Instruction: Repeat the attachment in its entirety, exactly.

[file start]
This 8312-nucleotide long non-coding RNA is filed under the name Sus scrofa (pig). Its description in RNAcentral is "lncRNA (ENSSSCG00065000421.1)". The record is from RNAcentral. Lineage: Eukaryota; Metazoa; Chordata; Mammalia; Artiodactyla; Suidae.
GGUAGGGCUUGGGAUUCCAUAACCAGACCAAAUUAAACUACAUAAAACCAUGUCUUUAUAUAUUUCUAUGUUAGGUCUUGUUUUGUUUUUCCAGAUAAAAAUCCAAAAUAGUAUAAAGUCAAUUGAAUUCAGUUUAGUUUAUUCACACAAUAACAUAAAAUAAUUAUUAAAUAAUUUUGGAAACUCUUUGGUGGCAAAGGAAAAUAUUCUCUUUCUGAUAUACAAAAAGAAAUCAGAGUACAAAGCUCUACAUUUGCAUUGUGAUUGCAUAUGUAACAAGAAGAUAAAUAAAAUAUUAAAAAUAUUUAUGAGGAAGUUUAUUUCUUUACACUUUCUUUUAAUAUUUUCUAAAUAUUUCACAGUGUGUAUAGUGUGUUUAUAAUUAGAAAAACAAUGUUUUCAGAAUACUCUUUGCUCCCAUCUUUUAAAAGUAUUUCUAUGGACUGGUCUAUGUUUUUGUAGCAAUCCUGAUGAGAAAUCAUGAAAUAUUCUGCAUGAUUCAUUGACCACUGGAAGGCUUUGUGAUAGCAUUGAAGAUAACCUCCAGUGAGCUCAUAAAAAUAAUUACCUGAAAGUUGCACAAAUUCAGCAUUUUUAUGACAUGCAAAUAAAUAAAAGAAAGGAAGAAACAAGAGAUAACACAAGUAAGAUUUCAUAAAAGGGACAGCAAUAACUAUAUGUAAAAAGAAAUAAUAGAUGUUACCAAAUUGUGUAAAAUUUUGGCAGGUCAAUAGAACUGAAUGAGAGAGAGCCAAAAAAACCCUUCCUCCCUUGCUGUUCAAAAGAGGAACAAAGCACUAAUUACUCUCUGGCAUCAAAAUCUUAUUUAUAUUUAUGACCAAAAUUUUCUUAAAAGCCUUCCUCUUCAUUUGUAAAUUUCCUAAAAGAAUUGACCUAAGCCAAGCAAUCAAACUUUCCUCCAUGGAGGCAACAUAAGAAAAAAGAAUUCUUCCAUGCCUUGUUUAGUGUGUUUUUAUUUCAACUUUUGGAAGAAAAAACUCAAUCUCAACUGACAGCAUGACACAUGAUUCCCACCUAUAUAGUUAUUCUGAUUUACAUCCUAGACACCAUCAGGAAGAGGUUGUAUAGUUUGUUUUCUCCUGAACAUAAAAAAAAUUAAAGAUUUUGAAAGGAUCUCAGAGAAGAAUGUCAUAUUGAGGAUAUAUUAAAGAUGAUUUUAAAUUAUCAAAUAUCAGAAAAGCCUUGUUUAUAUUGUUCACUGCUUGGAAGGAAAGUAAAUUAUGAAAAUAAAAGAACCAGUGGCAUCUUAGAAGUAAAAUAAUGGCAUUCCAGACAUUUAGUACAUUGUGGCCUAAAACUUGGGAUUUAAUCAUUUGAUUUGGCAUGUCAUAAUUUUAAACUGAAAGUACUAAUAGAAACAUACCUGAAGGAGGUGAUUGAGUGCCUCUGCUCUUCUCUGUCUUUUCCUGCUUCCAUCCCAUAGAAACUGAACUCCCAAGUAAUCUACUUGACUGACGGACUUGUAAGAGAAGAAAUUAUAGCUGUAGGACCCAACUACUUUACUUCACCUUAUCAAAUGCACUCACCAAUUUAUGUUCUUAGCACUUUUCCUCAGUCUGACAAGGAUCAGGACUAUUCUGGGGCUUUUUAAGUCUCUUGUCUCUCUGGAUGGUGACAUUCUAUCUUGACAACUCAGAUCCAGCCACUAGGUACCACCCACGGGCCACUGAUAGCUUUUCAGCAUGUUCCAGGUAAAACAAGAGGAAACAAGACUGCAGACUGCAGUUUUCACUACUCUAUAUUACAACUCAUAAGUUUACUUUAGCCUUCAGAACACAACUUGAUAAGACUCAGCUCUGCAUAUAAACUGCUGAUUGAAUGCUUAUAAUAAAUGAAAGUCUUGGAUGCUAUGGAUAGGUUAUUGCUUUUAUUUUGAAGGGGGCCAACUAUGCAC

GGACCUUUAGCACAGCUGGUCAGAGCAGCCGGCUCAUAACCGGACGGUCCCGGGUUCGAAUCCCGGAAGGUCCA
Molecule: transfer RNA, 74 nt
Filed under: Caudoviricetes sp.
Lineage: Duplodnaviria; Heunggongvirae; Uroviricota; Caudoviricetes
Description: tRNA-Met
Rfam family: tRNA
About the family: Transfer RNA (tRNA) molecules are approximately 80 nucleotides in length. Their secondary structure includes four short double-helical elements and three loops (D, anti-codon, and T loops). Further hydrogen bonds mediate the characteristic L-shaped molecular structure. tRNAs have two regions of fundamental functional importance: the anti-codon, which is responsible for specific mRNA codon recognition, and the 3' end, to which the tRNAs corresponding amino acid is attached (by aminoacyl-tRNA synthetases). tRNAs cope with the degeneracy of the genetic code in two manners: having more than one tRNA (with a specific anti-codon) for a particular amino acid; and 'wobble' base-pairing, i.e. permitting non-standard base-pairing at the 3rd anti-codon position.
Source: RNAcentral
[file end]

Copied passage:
This 8312-nucleotide long non-coding RNA is filed under the name Sus scrofa (pig). Its description in RNAcentral is "lncRNA (ENSSSCG00065000421.1)". The record is from RNAcentral. Lineage: Eukaryota; Metazoa; Chordata; Mammalia; Artiodactyla; Suidae.
GGUAGGGCUUGGGAUUCCAUAACCAGACCAAAUUAAACUACAUAAAACCAUGUCUUUAUAUAUUUCUAUGUUAGGUCUUGUUUUGUUUUUCCAGAUAAAAAUCCAAAAUAGUAUAAAGUCAAUUGAAUUCAGUUUAGUUUAUUCACACAAUAACAUAAAAUAAUUAUUAAAUAAUUUUGGAAACUCUUUGGUGGCAAAGGAAAAUAUUCUCUUUCUGAUAUACAAAAAGAAAUCAGAGUACAAAGCUCUACAUUUGCAUUGUGAUUGCAUAUGUAACAAGAAGAUAAAUAAAAUAUUAAAAAUAUUUAUGAGGAAGUUUAUUUCUUUACACUUUCUUUUAAUAUUUUCUAAAUAUUUCACAGUGUGUAUAGUGUGUUUAUAAUUAGAAAAACAAUGUUUUCAGAAUACUCUUUGCUCCCAUCUUUUAAAAGUAUUUCUAUGGACUGGUCUAUGUUUUUGUAGCAAUCCUGAUGAGAAAUCAUGAAAUAUUCUGCAUGAUUCAUUGACCACUGGAAGGCUUUGUGAUAGCAUUGAAGAUAACCUCCAGUGAGCUCAUAAAAAUAAUUACCUGAAAGUUGCACAAAUUCAGCAUUUUUAUGACAUGCAAAUAAAUAAAAGAAAGGAAGAAACAAGAGAUAACACAAGUAAGAUUUCAUAAAAGGGACAGCAAUAACUAUAUGUAAAAAGAAAUAAUAGAUGUUACCAAAUUGUGUAAAAUUUUGGCAGGUCAAUAGAACUGAAUGAGAGAGAGCCAAAAAAACCCUUCCUCCCUUGCUGUUCAAAAGAGGAACAAAGCACUAAUUACUCUCUGGCAUCAAAAUCUUAUUUAUAUUUAUGACCAAAAUUUUCUUAAAAGCCUUCCUCUUCAUUUGUAAAUUUCCUAAAAGAAUUGACCUAAGCCAAGCAAUCAAACUUUCCUCCAUGGAGGCAACAUAAGAAAAAAGAAUUCUUCCAUGCCUUGUUUAGUGUGUUUUUAUUUCAACUUUUGGAAGAAAAAACUCAAUCUCAACUGACAGCAUGACACAUGAUUCCCACCUAUAUAGUUAUUCUGAUUUACAUCCUAGACACCAUCAGGAAGAGGUUGUAUAGUUUGUUUUCUCCUGAACAUAAAAAAAAUUAAAGAUUUUGAAAGGAUCUCAGAGAAGAAUGUCAUAUUGAGGAUAUAUUAAAGAUGAUUUUAAAUUAUCAAAUAUCAGAAAAGCCUUGUUUAUAUUGUUCACUGCUUGGAAGGAAAGUAAAUUAUGAAAAUAAAAGAACCAGUGGCAUCUUAGAAGUAAAAUAAUGGCAUUCCAGACAUUUAGUACAUUGUGGCCUAAAACUUGGGAUUUAAUCAUUUGAUUUGGCAUGUCAUAAUUUUAAACUGAAAGUACUAAUAGAAACAUACCUGAAGGAGGUGAUUGAGUGCCUCUGCUCUUCUCUGUCUUUUCCUGCUUCCAUCCCAUAGAAACUGAACUCCCAAGUAAUCUACUUGACUGACGGACUUGUAAGAGAAGAAAUUAUAGCUGUAGGACCCAACUACUUUACUUCACCUUAUCAAAUGCACUCACCAAUUUAUGUUCUUAGCACUUUUCCUCAGUCUGACAAGGAUCAGGACUAUUCUGGGGCUUUUUAAGUCUCUUGUCUCUCUGGAUGGUGACAUUCUAUCUUGACAACUCAGAUCCAGCCACUAGGUACCACCCACGGGCCACUGAUAGCUUUUCAGCAUGUUCCAGGUAAAACAAGAGGAAACAAGACUGCAGACUGCAGUUUUCACUACUCUAUAUUACAACUCAUAAGUUUACUUUAGCCUUCAGAACACAACUUGAUAAGACUCAGCUCUGCAUAUAAACUGCUGAUUGAAUGCUUAUAAUAAAUGAAAGUCUUGGAUGCUAUGGAUAGGUUAUUGCUUUUAUUUUGAAGGGGGCCAACUAUGCAC

GGACCUUUAGCACAGCUGGUCAGAGCAGCCGGCUCAUAACCGGACGGUCCCGGGUUCGAAUCCCGGAAGGUCCA
Molecule: transfer RNA, 74 nt
Filed under: Caudoviricetes sp.
Lineage: Duplodnaviria; Heunggongvirae; Uroviricota; Caudoviricetes
Description: tRNA-Met
Rfam family: tRNA
About the family: Transfer RNA (tRNA) molecules are approximately 80 nucleotides in length. Their secondary structure includes four short double-helical elements and three loops (D, anti-codon, and T loops). Further hydrogen bonds mediate the characteristic L-shaped molecular structure. tRNAs have two regions of fundamental functional importance: the anti-codon, which is responsible for specific mRNA codon recognition, and the 3' end, to which the tRNAs corresponding amino acid is attached (by aminoacyl-tRNA synthetases). tRNAs cope with the degeneracy of the genetic code in two manners: having more than one tRNA (with a specific anti-codon) for a particular amino acid; and 'wobble' base-pairing, i.e. permitting non-standard base-pairing at the 3rd anti-codon position.
Source: RNAcentral